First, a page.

Cool as a cauliflower

Entertaining: A chilled soup generates light, not heat.

August 22, 1999|By Betty Rosbottom | Betty Rosbottom,Los Angeles Times Syndicate

Light and simple. Those are the words I'd use to describe the menus I plan when entertaining in the summer.

Where I live in New England, we have frequent periods of sweltering heat and high humidity during this season so I make a point of preparing cool, refreshing dishes to counter the soaring temperatures. I also look for recipes that take a minimum of time to assemble so I'm not obliged to spend hours toiling in the kitchen before a hot stove or oven.

This past weekend, I served one of my typical warm-weather meals to friends who came for a Sunday night supper. For the main course, I made a chilled cauliflower soup garnished with fresh, snipped dill and crumbled bacon. Next, we had a spinach salad with julienne red peppers in a Sherry wine vinaigrette. And for dessert, there were fresh raspberries and blackberries topped with rum-scented whipped cream.

This menu, which seemed almost effortless, was easy to prepare ahead of time. Early in the day, I cooked the soup, which was the piece de resistance of the evening. I sauteed onions and pieces of cauliflower in some bacon drippings, then simmered the vegetables in chicken stock along with seasonings of fresh dill and cayenne pepper. This mixture was pureed, and milk and cream stirred in. Then the soup was left to chill in the refrigerator until serving time, when crumbled bacon and fresh dill were added as adornments.

The salad greens, which took little time to clean, and the dressing, which I whisked together in a few minutes, also were made in advance. For the dessert, I cleaned the berries and whipped the cream several hours before dinner as well.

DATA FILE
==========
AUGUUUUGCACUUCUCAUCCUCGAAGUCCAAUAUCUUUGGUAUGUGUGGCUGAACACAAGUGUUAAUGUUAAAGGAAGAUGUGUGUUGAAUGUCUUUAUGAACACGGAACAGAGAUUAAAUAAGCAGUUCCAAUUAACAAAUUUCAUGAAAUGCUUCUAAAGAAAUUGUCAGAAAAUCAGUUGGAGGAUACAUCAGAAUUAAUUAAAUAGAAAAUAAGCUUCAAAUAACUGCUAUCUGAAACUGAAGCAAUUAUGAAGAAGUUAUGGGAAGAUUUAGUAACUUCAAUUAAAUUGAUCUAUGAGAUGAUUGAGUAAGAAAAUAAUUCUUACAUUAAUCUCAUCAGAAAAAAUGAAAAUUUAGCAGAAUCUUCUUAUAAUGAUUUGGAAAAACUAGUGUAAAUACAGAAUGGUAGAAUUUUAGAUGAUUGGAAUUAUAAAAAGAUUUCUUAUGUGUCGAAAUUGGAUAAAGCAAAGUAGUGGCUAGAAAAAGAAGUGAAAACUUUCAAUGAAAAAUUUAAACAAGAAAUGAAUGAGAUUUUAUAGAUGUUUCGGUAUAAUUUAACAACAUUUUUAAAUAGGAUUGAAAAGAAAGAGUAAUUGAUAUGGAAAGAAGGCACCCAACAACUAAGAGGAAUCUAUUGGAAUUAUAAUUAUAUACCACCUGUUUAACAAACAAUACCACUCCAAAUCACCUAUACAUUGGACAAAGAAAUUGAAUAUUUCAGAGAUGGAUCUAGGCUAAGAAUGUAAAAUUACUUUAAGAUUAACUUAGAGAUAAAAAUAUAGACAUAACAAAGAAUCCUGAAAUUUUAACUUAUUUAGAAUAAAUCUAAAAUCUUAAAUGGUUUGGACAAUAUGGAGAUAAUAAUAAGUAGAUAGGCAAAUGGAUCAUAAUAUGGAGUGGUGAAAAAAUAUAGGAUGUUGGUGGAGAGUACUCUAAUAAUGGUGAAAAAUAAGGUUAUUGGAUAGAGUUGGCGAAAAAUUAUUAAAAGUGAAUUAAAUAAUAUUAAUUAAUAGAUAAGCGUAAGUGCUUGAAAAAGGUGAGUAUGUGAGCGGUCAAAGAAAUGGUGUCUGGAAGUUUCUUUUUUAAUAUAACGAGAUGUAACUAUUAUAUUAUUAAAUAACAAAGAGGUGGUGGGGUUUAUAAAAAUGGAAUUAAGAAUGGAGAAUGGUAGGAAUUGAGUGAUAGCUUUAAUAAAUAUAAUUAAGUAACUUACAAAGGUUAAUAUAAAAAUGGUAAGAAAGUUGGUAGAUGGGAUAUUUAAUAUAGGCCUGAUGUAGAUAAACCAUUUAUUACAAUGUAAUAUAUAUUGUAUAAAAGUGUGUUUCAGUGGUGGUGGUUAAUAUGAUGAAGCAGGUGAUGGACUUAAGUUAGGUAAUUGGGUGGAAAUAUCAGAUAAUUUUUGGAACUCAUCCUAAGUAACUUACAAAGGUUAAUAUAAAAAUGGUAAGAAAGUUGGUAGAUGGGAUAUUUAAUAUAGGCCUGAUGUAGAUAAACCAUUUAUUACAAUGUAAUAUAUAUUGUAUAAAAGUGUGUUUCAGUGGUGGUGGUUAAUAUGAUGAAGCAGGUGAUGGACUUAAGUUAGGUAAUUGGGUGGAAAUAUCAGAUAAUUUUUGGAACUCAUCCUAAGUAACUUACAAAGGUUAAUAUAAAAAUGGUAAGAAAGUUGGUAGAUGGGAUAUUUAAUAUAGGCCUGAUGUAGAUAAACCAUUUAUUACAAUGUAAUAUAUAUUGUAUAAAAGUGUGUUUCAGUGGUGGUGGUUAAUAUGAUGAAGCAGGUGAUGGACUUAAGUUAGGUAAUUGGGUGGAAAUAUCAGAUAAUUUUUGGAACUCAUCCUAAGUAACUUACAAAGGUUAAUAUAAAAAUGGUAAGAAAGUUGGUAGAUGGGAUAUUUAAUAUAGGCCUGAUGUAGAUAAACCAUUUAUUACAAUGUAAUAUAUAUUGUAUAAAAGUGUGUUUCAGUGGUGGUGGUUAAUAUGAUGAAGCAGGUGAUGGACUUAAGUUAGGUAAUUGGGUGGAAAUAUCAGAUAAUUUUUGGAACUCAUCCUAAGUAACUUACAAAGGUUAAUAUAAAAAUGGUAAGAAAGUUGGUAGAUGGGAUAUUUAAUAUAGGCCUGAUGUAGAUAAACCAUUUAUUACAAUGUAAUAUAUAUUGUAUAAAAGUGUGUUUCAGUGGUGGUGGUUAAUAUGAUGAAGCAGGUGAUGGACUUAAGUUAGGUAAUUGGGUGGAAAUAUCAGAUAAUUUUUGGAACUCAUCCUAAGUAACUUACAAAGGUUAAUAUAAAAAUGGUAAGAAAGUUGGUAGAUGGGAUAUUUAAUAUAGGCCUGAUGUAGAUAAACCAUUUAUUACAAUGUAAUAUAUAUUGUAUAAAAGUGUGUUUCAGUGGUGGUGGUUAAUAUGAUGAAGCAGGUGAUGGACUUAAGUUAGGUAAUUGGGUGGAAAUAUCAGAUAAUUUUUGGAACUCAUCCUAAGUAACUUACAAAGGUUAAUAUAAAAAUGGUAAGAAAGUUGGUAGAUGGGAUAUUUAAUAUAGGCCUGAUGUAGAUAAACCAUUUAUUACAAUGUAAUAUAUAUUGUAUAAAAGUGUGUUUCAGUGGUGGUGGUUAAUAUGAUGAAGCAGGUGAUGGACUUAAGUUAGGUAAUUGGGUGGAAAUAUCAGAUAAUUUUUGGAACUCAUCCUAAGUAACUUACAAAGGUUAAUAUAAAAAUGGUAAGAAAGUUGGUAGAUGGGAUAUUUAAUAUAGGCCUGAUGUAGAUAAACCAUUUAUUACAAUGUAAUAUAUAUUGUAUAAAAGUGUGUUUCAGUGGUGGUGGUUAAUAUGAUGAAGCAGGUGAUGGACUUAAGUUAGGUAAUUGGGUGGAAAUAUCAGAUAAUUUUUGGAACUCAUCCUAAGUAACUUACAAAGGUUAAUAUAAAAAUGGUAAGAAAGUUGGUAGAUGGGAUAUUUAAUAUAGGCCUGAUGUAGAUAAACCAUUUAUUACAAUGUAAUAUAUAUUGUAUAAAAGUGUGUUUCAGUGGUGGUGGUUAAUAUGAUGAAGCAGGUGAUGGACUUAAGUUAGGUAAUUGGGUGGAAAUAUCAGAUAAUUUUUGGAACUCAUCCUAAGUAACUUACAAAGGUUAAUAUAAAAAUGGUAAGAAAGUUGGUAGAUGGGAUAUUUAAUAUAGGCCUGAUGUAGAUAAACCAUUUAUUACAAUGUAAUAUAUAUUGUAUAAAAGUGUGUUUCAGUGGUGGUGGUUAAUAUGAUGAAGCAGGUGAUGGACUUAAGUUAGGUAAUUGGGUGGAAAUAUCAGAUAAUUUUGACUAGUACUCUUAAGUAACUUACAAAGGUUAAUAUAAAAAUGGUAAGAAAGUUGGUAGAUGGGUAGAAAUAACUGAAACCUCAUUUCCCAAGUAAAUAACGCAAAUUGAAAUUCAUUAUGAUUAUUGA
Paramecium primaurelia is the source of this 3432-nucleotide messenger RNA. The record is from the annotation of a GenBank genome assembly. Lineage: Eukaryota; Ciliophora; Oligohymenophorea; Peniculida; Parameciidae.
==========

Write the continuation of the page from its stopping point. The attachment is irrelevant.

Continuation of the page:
This soup, light yet satisfying enough to offer as an entree, is delicious served with the bacon and dill garnish, but if you want to embellish it further, you could arrange two or three large cooked shrimp or a small mound of cooked lobster meat in the center of each portion.

Chilled Cauliflower Soup With Bacon and Dill

Serves 4

4 strips lean bacon

1 1/2 cups chopped onions

6 1/2 to 7 cups cauliflower florets (about 1 1/2 pounds cauliflower)

1/2 teaspoon salt, plus more if needed

scant 1/8 teaspoon cayenne pepper

3 tablespoons chopped fresh dill

5 cups chicken stock

1/2 cup whipping cream

1/2 cup milk

Fry bacon in large, heavy, deep-sided pot or saucepan over medium heat until crisp. Drain on paper towels, then cover and reserve for garnish.

Pour off and discard all but 1 tablespoon drippings in pan and return pan to medium heat. Add onions and stir and cook until softened and lightly browned, about 3 minutes. Add cauliflower florets, 1/2 teaspoon salt, cayenne pepper, 2 tablespoons dill and stock. Bring mixture to simmer, then lower heat.

Cover and cook until cauliflower is tender when pierced with a knife, 25 to 30 minutes.

Remove from heat. Puree soup in small batches in food processor, blender or food mill. Return soup to pan in which it was cooked and stir in cream and milk. Cover and refrigerate soup until thoroughly chilled, 4 to 6 hours or longer.

When ready to serve, taste soup and season with more salt if necessary. (Cold foods almost always need extra salt to intensify their flavor.) Crumble or coarsely chop reserved bacon. Ladle soup into 4 shallow soup bowls. Sprinkle each with some bacon and some of remaining 1 tablespoon chopped dill.

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